Post Malone Assured Fans He’s Not on Drugs, Just Living His Best Dad Life: ‘My Brain Is in a Super Dope Place’
The rapper said his noticeable weight loss is due to cutting out soda and eating better so he can be around for his little one.
Post Malone is responding to speculation about his weight.
The “Sunflower” singer and rapper, 27, took to Instagram Thursday to address fans concerned about the apparent changes to his body.
“I wanted to say that i’m not doing drugs, i’ve had a lot of people ask me about my weight loss and i’d suppose, performance on stage,” Malone wrote, along with a picture of himself in bed. “i’m having a lot of fun performing, and have never felt healthier.”
Malone, who welcomed a daughter with his fiancée in May 2022, continued: “guess dad life kicked in and i decided to kick soda, and start eating better so i can be around for a long time for this little angel. next up is smokes and brews, but i like to consider myself a patient man… lol!”
Malone also noted that he’s been in the studio working on new music and thanked fans for their “patience and support.”
“my brain is in a super dope place, and i’m the happiest i’ve been in a long time,” he added. “if you’re having a hard time or need some love, i can say that you’re loved more than you know”
Malone is the latest celebrity to make a public statement in recent weeks responding to comments about their bodies. Earlier this month, Ariana Grande took to TikTok to encourage her fans not to comment on others’ bodies after people scrutinized her weight loss online, and Bebe Rexha called out “upsetting” fascination over her weight on social media.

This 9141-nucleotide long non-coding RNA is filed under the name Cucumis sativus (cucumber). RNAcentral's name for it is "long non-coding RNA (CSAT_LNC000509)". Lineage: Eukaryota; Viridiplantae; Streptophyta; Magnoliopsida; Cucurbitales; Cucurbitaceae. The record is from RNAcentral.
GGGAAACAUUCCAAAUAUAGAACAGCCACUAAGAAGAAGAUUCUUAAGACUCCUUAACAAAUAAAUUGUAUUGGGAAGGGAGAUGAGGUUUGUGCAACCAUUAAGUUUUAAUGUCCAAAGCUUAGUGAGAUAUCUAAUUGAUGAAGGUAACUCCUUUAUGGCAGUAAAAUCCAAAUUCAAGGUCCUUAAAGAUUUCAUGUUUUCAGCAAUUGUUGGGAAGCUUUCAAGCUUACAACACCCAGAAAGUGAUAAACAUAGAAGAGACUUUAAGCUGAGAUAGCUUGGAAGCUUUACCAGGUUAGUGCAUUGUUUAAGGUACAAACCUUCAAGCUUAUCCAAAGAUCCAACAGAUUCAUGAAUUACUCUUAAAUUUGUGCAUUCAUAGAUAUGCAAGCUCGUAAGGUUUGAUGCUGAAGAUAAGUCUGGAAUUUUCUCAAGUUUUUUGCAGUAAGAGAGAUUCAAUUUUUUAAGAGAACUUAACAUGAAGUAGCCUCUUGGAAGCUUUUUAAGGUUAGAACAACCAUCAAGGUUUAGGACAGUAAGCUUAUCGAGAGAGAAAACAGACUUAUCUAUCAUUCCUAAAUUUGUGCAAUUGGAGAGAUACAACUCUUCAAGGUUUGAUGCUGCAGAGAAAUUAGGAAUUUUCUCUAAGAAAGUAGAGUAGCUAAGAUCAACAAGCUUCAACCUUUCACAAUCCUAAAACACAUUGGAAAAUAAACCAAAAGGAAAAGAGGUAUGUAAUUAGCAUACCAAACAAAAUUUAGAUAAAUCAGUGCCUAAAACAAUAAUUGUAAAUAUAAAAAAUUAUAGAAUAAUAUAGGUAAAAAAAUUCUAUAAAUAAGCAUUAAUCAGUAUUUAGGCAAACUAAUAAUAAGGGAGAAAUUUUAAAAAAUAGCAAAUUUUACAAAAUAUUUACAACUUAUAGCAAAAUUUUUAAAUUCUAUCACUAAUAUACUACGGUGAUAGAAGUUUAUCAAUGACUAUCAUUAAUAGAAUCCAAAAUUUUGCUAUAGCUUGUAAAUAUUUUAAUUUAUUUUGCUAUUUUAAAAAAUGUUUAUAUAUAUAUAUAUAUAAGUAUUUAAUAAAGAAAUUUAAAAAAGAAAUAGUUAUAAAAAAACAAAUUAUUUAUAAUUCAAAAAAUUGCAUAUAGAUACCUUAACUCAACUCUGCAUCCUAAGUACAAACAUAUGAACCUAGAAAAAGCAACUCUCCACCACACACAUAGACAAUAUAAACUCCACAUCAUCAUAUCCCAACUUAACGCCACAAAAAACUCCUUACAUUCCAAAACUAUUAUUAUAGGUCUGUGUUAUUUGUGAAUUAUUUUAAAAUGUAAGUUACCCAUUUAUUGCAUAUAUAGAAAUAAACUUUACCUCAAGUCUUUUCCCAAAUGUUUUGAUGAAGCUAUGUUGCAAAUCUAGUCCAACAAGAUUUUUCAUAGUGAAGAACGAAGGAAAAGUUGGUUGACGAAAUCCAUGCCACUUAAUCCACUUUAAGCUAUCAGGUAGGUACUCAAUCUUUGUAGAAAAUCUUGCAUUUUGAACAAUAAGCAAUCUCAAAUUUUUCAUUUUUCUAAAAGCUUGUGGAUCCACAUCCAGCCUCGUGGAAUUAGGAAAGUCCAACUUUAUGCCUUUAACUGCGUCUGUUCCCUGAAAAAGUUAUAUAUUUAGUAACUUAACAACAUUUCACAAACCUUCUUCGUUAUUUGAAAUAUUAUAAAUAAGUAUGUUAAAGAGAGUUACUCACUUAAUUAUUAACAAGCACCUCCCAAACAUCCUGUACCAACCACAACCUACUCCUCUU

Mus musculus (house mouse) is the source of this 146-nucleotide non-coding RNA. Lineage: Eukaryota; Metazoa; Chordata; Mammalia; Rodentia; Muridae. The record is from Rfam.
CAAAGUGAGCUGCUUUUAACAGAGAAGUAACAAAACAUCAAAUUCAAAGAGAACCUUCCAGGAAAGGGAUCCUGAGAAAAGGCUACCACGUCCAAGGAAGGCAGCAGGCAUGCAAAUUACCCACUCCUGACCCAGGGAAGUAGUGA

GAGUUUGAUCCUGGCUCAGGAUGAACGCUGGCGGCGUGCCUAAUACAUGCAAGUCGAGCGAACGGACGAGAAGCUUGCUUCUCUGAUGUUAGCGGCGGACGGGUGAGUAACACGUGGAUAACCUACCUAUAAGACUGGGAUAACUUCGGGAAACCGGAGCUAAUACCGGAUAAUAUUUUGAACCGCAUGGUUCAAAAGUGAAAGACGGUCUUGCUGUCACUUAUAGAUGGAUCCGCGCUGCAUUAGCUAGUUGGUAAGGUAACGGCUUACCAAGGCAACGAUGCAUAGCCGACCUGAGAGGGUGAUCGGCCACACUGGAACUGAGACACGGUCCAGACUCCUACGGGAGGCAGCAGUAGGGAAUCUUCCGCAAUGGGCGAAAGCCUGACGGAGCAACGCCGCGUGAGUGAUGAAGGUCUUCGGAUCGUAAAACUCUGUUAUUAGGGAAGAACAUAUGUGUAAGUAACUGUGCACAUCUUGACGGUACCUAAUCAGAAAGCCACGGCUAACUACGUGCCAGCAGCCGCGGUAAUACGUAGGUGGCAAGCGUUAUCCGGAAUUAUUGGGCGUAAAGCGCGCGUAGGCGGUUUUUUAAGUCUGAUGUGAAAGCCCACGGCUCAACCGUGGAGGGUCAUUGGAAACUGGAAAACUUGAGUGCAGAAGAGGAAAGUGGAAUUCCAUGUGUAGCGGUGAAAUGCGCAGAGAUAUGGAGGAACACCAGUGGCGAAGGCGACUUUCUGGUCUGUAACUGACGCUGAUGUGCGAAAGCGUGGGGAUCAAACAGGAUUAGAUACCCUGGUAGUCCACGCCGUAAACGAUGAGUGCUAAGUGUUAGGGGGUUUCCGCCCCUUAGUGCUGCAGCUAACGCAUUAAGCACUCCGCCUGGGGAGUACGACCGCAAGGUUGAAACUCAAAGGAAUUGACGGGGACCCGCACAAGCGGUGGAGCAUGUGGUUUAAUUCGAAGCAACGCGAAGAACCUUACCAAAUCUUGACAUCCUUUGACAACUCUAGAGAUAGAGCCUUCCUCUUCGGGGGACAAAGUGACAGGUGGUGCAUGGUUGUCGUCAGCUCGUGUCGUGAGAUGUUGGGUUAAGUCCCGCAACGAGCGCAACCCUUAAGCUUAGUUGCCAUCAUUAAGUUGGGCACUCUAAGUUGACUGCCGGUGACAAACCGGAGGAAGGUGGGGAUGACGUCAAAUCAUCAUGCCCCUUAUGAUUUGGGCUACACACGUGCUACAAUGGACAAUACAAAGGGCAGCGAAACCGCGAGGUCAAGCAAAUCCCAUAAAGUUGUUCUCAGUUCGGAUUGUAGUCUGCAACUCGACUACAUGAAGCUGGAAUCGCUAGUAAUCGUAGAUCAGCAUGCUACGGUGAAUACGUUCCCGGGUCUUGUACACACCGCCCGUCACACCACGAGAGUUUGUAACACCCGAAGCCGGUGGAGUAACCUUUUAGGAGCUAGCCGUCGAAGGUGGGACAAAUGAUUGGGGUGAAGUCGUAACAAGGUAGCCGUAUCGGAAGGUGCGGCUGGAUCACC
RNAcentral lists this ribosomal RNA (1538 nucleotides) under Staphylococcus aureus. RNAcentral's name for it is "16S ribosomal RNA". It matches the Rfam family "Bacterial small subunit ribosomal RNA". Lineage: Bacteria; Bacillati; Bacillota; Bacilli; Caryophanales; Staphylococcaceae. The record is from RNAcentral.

Dr. Elizabeth Wassenaar, regional medical director at the Eating Recovery Center, previously told USA TODAY that commenting on someone’s weight can reinforce the belief that someone’s appearance is the most important thing about them.
“These comments about how your body is acceptable or unacceptable, it reinforces again that you are not worth more than your body… and that you have to present yourself a certain way for the world to find you acceptable,” she said. “It just reinforces that sort of superficial, body-focused idea that we know is so painful and harmful for every single one of us because we are so much more than this vessel that carries us.”